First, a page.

Researchers Create Advanced Tech to Grow and Test Cancer Cells
For some cancer testing, tumor cells are biopsied and grown in mice in order to conduct drug testing. It’s a lengthy and complicated process that doesn’t always work. Researchers at the University of Michigan have developed an advanced petri dish called a 3D scaffold that can allow the same cell growth and testing, but without the use of the lab animals and in a much shorter period.
Earlier work has created 3D scaffolds that attempted to mimic the structure and function of the biological infrastructure that tumor cells require but have had mixed results. These extracellular matrix (ECM) proteins were typically made up of fibronectin (Fn). In nature, the form of these ECM-constituting fibrillar protein networks are structurally and functionally different.
“Rather than trying to guess at what the tumor cells’ microenvironment ought to be, we’ve made a space where they can create their own cell niche, as they do in the body,” said Stacy Jordahl, a recent chemical engineering PhD graduate from the University of Michigan and first author of the research. She is now a Senior Engineer at ExxonMobil. The study was published in the journal Advanced Materials.
The research was led by Joerg Lahann, the Wolfgang Pauli Collegiate Professor of Chemical Engineering and director of the Biointerfaces Institute at U-M. They constructed a grid of microscale cubicles. Each cubicle was half a millimeter to a side. They then repeatedly exposed the cubicles to a solution of fibronectin with a tube that rotated end-over-end. The adhesion properties of the moving liquid drew the fibronectin into the fiber networks.
“With this engineered way to draw proteins into a network of fibers, we can produce a more natural environment for growing cancer cell cultures that enables us to test drugs or understand cancer biology,” Lahann said.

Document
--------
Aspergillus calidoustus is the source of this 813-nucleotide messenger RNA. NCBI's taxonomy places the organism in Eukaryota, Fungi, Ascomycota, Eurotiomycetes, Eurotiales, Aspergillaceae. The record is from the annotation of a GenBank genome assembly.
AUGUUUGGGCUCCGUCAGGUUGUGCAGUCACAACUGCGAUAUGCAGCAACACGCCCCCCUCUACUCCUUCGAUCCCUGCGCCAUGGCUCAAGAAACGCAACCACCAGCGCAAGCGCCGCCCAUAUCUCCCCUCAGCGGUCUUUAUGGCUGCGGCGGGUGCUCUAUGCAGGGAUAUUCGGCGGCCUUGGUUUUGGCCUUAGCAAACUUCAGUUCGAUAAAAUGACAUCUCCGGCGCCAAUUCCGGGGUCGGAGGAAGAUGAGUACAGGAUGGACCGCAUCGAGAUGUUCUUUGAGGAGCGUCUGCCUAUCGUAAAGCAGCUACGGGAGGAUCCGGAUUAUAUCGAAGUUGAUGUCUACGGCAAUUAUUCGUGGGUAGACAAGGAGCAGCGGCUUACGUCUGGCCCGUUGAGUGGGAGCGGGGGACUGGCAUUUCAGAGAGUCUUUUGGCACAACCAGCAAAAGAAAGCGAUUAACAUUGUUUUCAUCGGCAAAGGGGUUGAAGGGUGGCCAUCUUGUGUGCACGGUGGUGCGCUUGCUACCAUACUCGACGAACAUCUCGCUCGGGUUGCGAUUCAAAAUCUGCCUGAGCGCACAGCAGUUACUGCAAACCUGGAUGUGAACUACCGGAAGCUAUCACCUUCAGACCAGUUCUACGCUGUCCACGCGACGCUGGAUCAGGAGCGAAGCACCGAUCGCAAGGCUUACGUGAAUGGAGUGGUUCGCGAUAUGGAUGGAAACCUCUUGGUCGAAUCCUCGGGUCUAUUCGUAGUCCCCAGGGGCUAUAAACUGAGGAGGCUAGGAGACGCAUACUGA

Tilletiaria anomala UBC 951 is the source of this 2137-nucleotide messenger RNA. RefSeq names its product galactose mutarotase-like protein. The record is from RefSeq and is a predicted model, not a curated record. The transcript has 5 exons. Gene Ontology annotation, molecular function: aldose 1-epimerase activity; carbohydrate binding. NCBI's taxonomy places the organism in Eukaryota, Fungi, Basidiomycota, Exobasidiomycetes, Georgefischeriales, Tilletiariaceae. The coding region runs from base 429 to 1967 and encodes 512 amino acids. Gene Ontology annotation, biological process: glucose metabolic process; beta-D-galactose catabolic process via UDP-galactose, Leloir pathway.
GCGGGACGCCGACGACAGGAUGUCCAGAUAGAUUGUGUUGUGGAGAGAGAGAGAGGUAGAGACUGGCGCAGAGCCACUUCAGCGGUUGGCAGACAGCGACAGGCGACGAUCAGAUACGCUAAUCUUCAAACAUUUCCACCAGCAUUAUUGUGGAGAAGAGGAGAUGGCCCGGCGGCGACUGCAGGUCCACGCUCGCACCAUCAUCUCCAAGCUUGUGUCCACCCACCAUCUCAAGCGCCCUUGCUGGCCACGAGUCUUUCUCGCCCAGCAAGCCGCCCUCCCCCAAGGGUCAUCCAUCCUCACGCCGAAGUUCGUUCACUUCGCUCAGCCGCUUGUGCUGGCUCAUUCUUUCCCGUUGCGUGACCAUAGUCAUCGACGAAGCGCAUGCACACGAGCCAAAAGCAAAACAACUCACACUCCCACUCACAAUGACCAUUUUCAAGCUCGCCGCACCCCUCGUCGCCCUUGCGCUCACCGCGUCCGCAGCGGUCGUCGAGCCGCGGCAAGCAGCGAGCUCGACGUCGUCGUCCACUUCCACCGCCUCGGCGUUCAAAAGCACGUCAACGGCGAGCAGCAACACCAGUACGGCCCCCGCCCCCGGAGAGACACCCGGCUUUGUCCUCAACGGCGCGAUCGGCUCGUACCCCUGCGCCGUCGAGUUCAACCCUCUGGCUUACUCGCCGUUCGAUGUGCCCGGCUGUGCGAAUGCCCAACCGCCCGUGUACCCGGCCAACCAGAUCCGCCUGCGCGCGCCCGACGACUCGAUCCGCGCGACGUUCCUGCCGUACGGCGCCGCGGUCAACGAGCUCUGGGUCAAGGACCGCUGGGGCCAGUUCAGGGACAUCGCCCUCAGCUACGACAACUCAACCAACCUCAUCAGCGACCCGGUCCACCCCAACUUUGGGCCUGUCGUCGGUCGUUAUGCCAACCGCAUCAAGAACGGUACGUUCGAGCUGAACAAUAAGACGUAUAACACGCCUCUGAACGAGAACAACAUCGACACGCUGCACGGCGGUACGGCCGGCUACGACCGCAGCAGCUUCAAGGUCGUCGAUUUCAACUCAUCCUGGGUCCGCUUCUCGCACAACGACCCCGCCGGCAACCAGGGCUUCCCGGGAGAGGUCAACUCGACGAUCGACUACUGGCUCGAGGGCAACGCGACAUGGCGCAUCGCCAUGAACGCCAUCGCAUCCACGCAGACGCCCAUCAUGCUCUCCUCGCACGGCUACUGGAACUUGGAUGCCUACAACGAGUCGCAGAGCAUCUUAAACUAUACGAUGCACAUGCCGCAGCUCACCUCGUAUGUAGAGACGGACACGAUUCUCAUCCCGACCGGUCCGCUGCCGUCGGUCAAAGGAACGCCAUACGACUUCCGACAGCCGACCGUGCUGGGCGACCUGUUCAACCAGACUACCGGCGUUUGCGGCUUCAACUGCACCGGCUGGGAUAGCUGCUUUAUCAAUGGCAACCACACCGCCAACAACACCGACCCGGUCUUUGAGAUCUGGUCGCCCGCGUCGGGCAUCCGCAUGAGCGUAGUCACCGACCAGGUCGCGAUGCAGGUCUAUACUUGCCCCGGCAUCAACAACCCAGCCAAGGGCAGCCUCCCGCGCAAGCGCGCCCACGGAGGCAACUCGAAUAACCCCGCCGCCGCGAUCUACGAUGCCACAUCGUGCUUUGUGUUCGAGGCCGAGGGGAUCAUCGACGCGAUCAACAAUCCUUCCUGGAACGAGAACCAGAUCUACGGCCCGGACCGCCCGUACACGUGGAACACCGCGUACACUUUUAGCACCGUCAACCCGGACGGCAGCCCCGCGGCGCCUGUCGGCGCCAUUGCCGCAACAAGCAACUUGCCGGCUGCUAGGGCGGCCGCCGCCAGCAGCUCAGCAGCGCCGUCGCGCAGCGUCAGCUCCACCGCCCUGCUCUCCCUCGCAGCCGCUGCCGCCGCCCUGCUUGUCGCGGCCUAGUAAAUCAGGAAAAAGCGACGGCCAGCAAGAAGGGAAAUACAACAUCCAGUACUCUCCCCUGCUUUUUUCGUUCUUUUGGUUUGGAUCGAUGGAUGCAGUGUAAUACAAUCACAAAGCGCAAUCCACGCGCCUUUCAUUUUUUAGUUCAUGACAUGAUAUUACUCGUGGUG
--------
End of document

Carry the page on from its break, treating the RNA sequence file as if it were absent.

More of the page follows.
Lahann’s research is focused on surface engineering with strong connections to biomedical engineering and nanotechnology. A part of his research focuses on so-called “smart surfaces,” that can reversibly change properties in response to external stimulus.
Once they had constructed the scaffolding, it was tested by Gary Luker, Professor of Biomedical Engineering and Microbiology and Immunology, and Professor of Radiology, and Max Wicha, the Madeline and Sidney Forbes Professor of Oncology. They used the scaffolding to culture cells taken from breast cancer patients whose disease had metastasized. The cancer cells in the samples were drawn from fluid in the abdomen and chest and made up only about 5% of cells in the fluids. But within only a few days the cancer cells dominated the cell population in the fibronectin network.
“There have been a lot of technologies and approaches devised to try to grow cancer cells in culture that haven’t worked so well,” said Luker. “Most cancer cells die out when cultured in artificial conditions. In this system, we could pretty consistently grow out the cultures at least for short periods of time.”
Another observation was that the cancer cells changed as they grew on the fibronectin network, becoming more like metastatic cancer cells. This shows promise for more accurate testing of drugs on cancer cells at different stages of growth and metastases.